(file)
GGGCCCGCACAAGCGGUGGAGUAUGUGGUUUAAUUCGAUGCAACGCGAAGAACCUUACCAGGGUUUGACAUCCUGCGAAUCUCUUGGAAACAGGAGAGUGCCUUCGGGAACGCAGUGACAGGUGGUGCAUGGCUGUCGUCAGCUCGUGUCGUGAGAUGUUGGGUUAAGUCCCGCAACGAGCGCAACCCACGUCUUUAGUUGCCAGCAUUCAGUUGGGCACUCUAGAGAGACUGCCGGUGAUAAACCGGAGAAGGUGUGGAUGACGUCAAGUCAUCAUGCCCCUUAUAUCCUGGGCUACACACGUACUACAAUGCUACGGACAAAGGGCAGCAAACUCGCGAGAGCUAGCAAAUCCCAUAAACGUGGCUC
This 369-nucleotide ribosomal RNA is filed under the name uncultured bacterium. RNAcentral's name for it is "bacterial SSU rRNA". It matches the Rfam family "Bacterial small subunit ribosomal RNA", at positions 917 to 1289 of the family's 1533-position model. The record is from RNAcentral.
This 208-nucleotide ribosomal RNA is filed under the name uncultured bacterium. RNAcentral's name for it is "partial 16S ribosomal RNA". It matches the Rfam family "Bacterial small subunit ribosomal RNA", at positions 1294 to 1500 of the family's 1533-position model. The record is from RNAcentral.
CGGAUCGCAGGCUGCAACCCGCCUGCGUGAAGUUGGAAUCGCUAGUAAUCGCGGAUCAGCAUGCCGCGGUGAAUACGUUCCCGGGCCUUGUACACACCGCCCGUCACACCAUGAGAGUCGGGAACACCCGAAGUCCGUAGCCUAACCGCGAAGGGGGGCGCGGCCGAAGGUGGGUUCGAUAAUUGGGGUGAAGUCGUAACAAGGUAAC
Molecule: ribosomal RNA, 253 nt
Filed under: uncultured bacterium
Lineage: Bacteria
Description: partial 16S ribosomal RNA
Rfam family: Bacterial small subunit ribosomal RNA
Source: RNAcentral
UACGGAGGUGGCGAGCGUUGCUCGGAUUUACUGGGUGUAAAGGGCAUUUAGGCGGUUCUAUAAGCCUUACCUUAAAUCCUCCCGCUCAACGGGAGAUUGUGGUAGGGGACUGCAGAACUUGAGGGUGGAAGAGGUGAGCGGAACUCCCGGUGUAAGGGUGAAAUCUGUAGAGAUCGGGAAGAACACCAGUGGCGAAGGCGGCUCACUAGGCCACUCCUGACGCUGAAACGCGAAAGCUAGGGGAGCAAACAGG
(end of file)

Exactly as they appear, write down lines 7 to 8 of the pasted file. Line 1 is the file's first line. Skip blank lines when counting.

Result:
Lineage: Bacteria
Description: partial 16S ribosomal RNA